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8 Tips On How to Wash Colored Clothes

8 Tips On How to Wash Colored Clothes

One of the most disappointing things that can occur is purchasing a beautiful article of clothing, wearing it once, and then having the vibrant colors bleed out in the wash. Fading colored clothing is a risk many people fear as they throw their garments in the wash.

However, there are numerous ways to protect your garments from fading and keep them in pristine condition at all times.

Washing your bright clothes less frequently is the best way to keep them from fading. Colored clothing is as delicate as white clothing, but unlike white clothing, it does not need to be washed after each wear.

Washing colored clothes less frequently saves water and energy and keeps the dye from washing out. Although, this does not mean your stained clothes should be worn without being cared for. Instead, apply a stain remover to the affected area, and you’re good to go!

To reiterate, this does not resolve the issue of fading; it just lessens it. This is because there are factors that make some clothes fade faster than others. Even if you wash them less frequently, they will bleed whenever they come into contact with water.

Factors That Contribute to the Fading of Clothes

Keeping these factors in mind will be extremely beneficial when you go shopping. It will help you be more cautious when picking out clothes. And even if you still decide to buy these types of clothes, your knowledge will make you a bit more careful with them.

● The Dye Used

Dye is the substance used to color fabrics. They can fade from colored clothing in three ways: crocking, color bleeding, and sun exposure.

Crocking occurs in the washing machine when dyed fabrics rub against each other and transfer from one to the other.

The most well-known example is color bleeding, which occurs when dye bleeds into the water and usually, but not always, affects other fabrics in the wash. And lastly, sunlight does damage by stripping the dye off the fabric.

There are different dyes for different fabrics with their processes. As a result, the manner in which the dye is applied has a significant impact. If it is used on an incompatible fabric, it will fade quickly, and any of the three outcomes is possible.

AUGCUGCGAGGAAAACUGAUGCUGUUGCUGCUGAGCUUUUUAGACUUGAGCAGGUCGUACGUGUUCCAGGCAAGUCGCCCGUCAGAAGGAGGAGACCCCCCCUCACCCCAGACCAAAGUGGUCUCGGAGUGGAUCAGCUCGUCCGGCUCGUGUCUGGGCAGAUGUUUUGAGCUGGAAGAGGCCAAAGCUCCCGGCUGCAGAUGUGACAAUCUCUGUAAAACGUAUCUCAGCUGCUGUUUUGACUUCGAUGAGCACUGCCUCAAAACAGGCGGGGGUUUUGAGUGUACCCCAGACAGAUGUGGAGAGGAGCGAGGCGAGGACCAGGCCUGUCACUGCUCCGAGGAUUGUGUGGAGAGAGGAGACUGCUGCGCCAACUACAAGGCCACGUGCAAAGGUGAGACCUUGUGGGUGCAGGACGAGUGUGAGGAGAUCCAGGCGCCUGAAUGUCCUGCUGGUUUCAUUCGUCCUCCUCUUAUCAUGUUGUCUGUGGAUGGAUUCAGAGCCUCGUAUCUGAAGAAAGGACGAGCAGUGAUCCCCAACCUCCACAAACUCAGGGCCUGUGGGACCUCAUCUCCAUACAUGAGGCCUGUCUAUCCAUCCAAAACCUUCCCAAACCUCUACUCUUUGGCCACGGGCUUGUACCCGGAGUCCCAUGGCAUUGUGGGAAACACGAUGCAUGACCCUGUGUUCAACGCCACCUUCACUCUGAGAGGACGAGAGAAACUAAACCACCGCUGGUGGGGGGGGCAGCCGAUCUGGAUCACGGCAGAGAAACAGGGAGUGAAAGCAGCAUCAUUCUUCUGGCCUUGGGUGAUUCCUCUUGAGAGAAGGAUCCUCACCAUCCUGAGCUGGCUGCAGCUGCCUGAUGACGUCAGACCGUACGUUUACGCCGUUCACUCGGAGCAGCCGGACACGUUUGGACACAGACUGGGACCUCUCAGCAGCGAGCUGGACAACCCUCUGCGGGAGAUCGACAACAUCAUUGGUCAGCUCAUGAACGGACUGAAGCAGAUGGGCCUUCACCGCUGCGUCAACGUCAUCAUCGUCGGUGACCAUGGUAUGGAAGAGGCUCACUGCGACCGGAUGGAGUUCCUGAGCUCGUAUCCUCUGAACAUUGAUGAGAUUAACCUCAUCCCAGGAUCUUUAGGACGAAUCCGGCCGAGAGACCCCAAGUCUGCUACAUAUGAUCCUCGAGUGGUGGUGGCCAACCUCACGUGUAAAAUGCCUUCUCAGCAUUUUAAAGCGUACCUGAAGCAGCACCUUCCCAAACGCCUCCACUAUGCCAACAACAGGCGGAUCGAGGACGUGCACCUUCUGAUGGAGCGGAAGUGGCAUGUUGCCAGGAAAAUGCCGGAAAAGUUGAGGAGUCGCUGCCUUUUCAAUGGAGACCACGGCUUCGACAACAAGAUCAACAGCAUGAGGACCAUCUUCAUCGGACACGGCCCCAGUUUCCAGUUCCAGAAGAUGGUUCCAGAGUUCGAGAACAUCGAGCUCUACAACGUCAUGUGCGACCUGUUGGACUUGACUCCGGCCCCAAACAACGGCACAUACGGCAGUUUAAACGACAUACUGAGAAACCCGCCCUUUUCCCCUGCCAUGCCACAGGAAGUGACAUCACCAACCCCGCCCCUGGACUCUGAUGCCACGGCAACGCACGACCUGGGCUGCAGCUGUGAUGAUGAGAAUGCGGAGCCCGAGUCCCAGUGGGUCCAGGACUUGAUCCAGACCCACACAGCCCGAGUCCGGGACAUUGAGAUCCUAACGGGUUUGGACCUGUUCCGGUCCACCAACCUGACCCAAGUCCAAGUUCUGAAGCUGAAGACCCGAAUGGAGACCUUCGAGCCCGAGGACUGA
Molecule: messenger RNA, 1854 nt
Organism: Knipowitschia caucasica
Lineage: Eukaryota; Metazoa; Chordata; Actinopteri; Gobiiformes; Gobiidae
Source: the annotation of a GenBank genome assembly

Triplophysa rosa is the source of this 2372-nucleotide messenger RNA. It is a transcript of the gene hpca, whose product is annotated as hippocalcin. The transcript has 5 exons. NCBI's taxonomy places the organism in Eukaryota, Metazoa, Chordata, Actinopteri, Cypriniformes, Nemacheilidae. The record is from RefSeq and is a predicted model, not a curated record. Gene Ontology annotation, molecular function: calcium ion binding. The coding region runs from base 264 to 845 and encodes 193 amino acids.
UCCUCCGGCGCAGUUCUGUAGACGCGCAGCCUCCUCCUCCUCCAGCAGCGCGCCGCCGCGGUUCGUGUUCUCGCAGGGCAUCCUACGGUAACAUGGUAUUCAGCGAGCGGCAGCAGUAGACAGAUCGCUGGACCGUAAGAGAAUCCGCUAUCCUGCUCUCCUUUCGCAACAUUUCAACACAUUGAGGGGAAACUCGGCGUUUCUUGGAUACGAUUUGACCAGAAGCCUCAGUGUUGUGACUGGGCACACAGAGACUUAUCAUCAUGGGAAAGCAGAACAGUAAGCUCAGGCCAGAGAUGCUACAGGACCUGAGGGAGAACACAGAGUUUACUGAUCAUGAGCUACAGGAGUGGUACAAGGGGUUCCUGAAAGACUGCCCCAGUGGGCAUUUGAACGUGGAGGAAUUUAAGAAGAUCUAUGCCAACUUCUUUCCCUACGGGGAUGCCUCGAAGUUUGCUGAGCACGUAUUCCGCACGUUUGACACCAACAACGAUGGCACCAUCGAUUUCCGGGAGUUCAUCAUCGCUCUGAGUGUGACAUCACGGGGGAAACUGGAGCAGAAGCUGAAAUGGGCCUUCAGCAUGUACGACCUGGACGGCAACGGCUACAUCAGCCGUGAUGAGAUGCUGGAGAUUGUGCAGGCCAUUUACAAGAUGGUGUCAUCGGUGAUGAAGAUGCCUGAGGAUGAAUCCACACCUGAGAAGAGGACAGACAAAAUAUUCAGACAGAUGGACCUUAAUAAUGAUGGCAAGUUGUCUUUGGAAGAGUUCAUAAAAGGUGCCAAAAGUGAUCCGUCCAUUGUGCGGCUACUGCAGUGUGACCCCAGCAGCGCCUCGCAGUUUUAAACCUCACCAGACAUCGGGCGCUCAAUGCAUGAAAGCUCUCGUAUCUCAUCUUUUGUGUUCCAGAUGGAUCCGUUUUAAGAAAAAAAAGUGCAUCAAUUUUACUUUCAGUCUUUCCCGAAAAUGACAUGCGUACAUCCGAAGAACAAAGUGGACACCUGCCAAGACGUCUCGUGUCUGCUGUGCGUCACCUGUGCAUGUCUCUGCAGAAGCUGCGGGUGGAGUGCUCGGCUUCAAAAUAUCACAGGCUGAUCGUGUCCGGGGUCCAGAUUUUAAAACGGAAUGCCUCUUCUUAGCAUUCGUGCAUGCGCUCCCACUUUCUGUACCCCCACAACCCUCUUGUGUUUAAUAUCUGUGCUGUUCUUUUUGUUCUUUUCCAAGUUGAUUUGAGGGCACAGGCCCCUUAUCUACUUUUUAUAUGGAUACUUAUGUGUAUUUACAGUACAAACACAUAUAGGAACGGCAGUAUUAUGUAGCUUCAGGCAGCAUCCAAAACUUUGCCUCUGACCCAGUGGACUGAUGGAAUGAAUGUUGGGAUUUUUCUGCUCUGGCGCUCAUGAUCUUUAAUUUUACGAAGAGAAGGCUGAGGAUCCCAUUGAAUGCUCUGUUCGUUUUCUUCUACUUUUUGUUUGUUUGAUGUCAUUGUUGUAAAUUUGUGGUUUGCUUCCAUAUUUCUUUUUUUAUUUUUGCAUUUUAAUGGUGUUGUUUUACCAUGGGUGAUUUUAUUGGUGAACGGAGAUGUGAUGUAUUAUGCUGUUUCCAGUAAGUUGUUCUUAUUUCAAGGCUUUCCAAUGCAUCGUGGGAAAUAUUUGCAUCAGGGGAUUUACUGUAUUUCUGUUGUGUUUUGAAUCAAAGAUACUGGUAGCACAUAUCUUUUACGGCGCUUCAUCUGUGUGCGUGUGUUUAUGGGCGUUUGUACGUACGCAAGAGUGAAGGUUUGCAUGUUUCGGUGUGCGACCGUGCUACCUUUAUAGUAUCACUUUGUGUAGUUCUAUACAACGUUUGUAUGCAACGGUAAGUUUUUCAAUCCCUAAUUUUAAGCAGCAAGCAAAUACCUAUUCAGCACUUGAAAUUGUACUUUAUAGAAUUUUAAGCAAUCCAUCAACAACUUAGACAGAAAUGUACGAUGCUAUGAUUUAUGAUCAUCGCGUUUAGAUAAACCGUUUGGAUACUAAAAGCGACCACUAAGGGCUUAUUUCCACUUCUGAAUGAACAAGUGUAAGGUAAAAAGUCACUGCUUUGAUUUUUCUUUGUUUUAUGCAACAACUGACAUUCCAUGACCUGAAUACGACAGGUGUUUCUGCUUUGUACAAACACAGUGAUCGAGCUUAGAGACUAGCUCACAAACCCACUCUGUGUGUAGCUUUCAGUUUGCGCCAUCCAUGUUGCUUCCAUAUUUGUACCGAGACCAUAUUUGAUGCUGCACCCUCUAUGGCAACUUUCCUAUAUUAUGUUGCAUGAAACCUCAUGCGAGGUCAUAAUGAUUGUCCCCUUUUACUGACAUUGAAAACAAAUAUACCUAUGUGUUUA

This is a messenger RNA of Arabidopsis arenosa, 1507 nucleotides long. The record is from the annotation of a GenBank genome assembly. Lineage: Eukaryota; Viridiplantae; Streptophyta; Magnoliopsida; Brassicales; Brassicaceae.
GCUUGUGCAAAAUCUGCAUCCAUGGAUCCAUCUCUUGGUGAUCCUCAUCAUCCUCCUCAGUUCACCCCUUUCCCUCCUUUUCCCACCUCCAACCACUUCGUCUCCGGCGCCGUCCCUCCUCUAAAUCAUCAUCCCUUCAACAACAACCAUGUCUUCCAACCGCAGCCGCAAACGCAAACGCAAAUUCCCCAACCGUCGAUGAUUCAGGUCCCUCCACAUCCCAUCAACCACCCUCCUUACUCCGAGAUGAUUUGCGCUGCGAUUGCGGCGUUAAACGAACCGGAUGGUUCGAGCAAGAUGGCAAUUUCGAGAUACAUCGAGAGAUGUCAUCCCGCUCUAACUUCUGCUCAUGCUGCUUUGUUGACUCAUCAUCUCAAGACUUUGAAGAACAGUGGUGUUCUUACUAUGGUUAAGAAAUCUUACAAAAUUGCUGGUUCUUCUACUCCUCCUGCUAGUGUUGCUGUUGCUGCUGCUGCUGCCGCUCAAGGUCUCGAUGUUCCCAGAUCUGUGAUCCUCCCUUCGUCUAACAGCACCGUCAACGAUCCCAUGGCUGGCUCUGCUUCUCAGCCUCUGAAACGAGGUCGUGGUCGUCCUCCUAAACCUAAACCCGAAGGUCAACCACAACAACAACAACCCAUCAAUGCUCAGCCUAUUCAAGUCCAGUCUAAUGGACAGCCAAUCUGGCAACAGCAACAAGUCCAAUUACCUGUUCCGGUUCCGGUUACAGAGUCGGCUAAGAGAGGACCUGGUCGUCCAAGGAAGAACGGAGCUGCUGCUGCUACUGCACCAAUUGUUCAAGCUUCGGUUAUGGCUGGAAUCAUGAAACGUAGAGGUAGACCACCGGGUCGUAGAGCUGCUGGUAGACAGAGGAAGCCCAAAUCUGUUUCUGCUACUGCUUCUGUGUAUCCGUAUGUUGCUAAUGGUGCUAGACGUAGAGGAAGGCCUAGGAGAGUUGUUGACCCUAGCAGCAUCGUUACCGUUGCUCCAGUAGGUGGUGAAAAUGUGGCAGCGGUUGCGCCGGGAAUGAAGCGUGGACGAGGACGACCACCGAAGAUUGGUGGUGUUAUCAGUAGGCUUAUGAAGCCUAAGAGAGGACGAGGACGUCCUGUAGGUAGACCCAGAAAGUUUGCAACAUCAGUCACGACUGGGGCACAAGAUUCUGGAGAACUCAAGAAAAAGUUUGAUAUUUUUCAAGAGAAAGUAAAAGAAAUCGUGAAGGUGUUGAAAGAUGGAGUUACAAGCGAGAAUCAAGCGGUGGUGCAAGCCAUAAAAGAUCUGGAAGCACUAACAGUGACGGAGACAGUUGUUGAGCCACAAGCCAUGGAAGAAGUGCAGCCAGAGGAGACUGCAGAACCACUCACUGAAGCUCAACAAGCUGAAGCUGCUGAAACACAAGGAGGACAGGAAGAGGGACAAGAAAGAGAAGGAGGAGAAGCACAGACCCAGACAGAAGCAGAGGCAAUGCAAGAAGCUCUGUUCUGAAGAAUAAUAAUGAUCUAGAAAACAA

● The Type of Fiber

Clothes are made out of a variety of fibers. The way these fibers react to dyes varies. Cotton, for example, does not hold dye well and is prone to fading. While synthetic fibers can better hold dye. This means that if you buy colored cotton clothes, pay special attention to them on wash day.

● The Color Tone

This is an important factor to consider, but it’s simple. Darker-colored clothes fade faster than lighter-colored clothes.

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So, if your colored clothes are starting to fade, you’ll need to know how to care for them. Don’t worry; there are some guidelines to follow that will save you from making frequent trips to the dry cleaners.

Tips On How to Wash Colored Clothes

Washing clothes isn’t as simple as throwing them in the washer and walking away, especially when there’s a chance of fading. This simple guide will show you how to wash colored clothes correctly.

● Sorting Your Clothes

There are two important factors to note when you sort your laundry. If you get this right, you will be able to avoid fading.

Sorting by Washing Method:

When sorting clothes, it is critical to consider whether the fabric requires dry cleaning. This is usually specified on the label. Those care labels on your clothes are not just there to make your neck and sides itch.

It is specified because dry cleaning is usually gentler on some fabrics than washing machines. Therefore, it makes it less likely for the dye to come off.

However, some fabrics are better suited for machine washing, and that will be written as well. Once you have gotten that part secured, you can move on to the next part of sorting.

Sorting by Color:

Sorting by color prevents a disaster from occurring during color bleeding. As previously stated, darker-colored clothes are more likely to bleed, so keep them separate from lighter-colored and white fabrics. These three categories should be washed separately.

Follow this guide if you want to be more specific with your wash. These clothes should be washed separately according to their category: Pure whites, denim (which bleeds out, especially when new), dark clothes (such as black), whites mixed with other colors, and pastel colored clothes, bright blues and greens, reds and pinks, bright oranges, yellows, and purples.

This could be time-consuming, so it is optional. Aside from these two, avoid combining dark-colored clothing with linen or lint-producing clothing. This is because lint on dark-colored clothes gives them a faded look.

● Pretreat Any Stains First

It is best to pretreat any stains before washing or drying. Some stains are particularly difficult to remove with your washing machine, no matter how aggressive the cycle. You would end up agitating your fabric. Starting with a natural stain remover on any stubborn stains is preferable.

Pretreat Any Stains First

However, you must exercise extreme caution when using stain removers. Before using them, make sure to test them in an inconspicuous area to see if they fade.

Apply some to the affected area if it passes the test. Allow it to sit for a few minutes before washing it. Before drying, make sure the stain is completely removed. The stain would be impossible to remove once it dried.

It is necessary to get your stains out before washing because stains on colorful clothes can not be hidden.

● Turn the Clothes Inside Out

This applies to colored and white clothing. The part that touches our skin and collects sweat and germs should come into direct contact with the water. Turning clothes inside out ensure that they are properly washed.

Turn the Clothes Inside Out